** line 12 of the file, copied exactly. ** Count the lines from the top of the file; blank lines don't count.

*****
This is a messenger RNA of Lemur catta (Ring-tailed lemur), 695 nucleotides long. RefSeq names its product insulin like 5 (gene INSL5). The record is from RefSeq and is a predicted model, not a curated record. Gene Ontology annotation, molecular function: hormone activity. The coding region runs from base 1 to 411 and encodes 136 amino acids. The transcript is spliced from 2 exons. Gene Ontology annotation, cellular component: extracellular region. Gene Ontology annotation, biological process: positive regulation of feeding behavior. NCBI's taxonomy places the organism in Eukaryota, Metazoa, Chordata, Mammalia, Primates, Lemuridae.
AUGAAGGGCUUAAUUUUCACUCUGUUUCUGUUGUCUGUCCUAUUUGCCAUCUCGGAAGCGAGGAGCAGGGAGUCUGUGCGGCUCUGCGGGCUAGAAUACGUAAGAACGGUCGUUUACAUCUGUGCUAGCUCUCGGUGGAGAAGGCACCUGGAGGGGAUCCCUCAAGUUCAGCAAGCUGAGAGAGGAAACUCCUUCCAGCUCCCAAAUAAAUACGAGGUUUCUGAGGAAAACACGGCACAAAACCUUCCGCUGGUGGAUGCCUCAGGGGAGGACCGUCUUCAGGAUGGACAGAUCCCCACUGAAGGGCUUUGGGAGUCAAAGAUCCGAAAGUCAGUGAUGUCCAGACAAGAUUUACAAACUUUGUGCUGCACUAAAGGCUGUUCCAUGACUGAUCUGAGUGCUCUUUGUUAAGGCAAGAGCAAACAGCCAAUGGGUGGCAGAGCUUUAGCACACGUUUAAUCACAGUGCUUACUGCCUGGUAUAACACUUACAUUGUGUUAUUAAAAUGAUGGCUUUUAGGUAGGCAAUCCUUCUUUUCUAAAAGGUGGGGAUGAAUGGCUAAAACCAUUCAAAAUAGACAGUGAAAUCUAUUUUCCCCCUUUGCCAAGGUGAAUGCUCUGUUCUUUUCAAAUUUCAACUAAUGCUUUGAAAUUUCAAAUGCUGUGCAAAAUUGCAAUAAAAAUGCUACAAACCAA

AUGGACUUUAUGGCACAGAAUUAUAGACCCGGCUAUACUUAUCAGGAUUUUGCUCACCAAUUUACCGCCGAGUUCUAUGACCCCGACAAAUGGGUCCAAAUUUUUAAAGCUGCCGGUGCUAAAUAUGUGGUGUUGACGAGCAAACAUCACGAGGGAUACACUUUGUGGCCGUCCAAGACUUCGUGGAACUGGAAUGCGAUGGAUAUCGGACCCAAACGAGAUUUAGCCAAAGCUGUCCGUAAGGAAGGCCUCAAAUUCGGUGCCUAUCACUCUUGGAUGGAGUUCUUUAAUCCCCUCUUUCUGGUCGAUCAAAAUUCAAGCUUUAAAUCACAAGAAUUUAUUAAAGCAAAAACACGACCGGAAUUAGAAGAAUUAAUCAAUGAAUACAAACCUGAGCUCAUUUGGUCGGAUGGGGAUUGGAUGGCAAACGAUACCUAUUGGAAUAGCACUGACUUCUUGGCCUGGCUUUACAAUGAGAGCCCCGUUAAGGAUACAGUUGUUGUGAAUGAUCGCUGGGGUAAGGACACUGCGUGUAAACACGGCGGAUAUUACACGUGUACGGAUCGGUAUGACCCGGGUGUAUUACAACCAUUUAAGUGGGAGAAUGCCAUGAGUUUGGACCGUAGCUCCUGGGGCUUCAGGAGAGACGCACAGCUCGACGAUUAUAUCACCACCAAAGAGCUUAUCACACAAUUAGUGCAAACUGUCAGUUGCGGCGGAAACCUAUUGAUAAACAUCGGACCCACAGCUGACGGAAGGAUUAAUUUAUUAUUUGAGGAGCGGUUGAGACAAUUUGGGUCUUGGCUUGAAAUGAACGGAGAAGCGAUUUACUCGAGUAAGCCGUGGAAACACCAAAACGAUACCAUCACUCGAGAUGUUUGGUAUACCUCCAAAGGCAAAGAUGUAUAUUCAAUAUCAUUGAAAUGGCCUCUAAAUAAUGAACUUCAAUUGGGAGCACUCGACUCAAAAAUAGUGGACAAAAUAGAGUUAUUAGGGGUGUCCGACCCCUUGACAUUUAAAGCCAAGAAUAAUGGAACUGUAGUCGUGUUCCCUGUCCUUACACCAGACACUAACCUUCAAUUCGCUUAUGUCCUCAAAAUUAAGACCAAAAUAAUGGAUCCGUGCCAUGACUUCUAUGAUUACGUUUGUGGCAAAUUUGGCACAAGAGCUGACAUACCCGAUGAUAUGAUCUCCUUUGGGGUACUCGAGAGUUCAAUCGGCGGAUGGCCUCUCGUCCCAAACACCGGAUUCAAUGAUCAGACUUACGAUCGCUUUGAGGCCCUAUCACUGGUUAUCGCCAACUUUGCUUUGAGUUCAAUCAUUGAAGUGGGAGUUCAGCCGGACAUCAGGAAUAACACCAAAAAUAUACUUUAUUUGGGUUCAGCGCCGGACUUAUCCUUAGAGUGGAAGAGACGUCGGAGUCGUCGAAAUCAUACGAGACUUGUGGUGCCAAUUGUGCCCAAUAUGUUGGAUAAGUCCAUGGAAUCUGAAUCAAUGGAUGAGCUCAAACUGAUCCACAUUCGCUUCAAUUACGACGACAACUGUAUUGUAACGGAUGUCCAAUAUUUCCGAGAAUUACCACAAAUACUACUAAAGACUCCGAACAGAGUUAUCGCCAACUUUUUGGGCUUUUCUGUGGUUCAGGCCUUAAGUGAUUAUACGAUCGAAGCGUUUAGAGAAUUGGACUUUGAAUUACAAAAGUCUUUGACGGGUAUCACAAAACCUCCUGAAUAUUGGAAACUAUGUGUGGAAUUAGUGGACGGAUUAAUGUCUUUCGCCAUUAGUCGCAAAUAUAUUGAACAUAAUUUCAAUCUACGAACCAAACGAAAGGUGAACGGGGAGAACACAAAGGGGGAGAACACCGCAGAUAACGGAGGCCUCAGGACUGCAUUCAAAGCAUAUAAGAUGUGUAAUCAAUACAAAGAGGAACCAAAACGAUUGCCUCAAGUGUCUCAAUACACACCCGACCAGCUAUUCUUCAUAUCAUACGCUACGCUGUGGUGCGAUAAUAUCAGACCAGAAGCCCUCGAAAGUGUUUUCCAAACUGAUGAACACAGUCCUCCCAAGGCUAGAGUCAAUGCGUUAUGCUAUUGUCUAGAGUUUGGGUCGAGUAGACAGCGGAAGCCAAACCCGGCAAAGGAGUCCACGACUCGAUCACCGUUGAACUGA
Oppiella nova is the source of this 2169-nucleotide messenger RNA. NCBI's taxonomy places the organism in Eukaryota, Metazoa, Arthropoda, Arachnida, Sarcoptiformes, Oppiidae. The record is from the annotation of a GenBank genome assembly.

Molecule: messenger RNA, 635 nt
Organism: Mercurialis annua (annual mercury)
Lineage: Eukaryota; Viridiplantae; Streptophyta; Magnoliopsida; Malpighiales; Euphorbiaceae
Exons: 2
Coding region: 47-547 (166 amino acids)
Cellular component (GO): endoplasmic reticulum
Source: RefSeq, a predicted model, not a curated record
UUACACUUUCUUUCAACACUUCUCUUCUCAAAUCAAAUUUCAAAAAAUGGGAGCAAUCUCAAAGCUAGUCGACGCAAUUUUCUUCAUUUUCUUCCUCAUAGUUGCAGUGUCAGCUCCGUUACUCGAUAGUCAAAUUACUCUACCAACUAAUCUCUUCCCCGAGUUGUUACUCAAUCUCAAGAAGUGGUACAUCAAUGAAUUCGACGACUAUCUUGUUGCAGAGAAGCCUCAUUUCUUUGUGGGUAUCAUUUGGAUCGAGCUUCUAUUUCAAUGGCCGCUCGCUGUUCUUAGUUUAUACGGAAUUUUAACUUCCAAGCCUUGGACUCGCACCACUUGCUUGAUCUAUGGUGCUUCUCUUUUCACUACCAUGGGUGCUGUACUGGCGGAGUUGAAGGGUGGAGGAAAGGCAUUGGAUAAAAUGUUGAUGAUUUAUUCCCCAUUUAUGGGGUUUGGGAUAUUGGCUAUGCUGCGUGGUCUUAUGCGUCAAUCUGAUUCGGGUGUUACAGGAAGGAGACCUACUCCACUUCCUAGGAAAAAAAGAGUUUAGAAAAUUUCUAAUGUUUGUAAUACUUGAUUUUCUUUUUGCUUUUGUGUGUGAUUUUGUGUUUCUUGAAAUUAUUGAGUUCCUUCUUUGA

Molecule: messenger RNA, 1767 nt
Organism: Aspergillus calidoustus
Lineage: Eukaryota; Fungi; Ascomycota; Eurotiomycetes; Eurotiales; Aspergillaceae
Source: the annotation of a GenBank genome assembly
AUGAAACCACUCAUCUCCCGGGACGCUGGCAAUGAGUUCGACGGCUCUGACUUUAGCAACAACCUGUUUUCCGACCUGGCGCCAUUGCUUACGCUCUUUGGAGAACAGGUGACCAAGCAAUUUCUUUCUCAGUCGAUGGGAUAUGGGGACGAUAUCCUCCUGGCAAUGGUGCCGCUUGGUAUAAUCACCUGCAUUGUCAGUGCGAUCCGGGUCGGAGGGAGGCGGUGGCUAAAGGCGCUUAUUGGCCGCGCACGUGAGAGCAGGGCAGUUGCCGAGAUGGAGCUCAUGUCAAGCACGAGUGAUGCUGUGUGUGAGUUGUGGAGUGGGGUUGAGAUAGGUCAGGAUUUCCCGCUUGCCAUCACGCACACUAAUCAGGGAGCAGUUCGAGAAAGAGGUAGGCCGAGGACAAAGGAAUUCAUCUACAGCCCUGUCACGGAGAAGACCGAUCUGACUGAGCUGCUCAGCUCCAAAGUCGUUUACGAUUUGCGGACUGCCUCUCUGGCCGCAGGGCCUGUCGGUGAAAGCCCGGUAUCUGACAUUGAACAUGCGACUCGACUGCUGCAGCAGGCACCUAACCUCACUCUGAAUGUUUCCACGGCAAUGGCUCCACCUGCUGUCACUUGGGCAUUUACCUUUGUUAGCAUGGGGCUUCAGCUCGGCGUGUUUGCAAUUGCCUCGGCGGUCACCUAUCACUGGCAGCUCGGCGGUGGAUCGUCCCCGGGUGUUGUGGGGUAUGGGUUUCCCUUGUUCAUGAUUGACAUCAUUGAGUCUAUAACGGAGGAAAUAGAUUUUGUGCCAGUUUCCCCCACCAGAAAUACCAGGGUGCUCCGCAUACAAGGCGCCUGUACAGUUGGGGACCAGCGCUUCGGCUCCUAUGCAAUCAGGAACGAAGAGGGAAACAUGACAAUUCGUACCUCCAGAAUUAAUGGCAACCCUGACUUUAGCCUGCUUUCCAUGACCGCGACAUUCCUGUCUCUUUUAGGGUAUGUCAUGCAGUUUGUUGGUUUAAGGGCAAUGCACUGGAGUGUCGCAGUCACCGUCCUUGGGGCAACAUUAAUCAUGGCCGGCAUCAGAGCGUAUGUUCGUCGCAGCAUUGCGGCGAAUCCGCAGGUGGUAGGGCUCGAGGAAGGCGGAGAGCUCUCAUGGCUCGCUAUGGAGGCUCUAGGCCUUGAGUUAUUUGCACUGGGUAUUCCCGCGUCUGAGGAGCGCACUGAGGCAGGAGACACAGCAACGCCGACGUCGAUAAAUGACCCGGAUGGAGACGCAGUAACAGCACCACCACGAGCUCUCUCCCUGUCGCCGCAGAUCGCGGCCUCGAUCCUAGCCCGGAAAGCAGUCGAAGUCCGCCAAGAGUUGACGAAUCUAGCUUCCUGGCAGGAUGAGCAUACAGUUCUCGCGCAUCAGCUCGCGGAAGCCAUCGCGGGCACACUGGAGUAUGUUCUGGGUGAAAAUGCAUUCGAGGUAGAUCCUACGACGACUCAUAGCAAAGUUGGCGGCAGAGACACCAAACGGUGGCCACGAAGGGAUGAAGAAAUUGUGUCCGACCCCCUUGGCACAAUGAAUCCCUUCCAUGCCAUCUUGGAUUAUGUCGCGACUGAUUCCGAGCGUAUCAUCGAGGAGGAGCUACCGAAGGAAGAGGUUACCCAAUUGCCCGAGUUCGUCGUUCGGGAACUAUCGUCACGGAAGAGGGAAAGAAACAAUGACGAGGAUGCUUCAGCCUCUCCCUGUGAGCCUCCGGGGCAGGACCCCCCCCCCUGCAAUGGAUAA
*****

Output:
UUACACUUUCUUUCAACACUUCUCUUCUCAAAUCAAAUUUCAAAAAAUGGGAGCAAUCUCAAAGCUAGUCGACGCAAUUUUCUUCAUUUUCUUCCUCAUAGUUGCAGUGUCAGCUCCGUUACUCGAUAGUCAAAUUACUCUACCAACUAAUCUCUUCCCCGAGUUGUUACUCAAUCUCAAGAAGUGGUACAUCAAUGAAUUCGACGACUAUCUUGUUGCAGAGAAGCCUCAUUUCUUUGUGGGUAUCAUUUGGAUCGAGCUUCUAUUUCAAUGGCCGCUCGCUGUUCUUAGUUUAUACGGAAUUUUAACUUCCAAGCCUUGGACUCGCACCACUUGCUUGAUCUAUGGUGCUUCUCUUUUCACUACCAUGGGUGCUGUACUGGCGGAGUUGAAGGGUGGAGGAAAGGCAUUGGAUAAAAUGUUGAUGAUUUAUUCCCCAUUUAUGGGGUUUGGGAUAUUGGCUAUGCUGCGUGGUCUUAUGCGUCAAUCUGAUUCGGGUGUUACAGGAAGGAGACCUACUCCACUUCCUAGGAAAAAAAGAGUUUAGAAAAUUUCUAAUGUUUGUAAUACUUGAUUUUCUUUUUGCUUUUGUGUGUGAUUUUGUGUUUCUUGAAAUUAUUGAGUUCCUUCUUUGA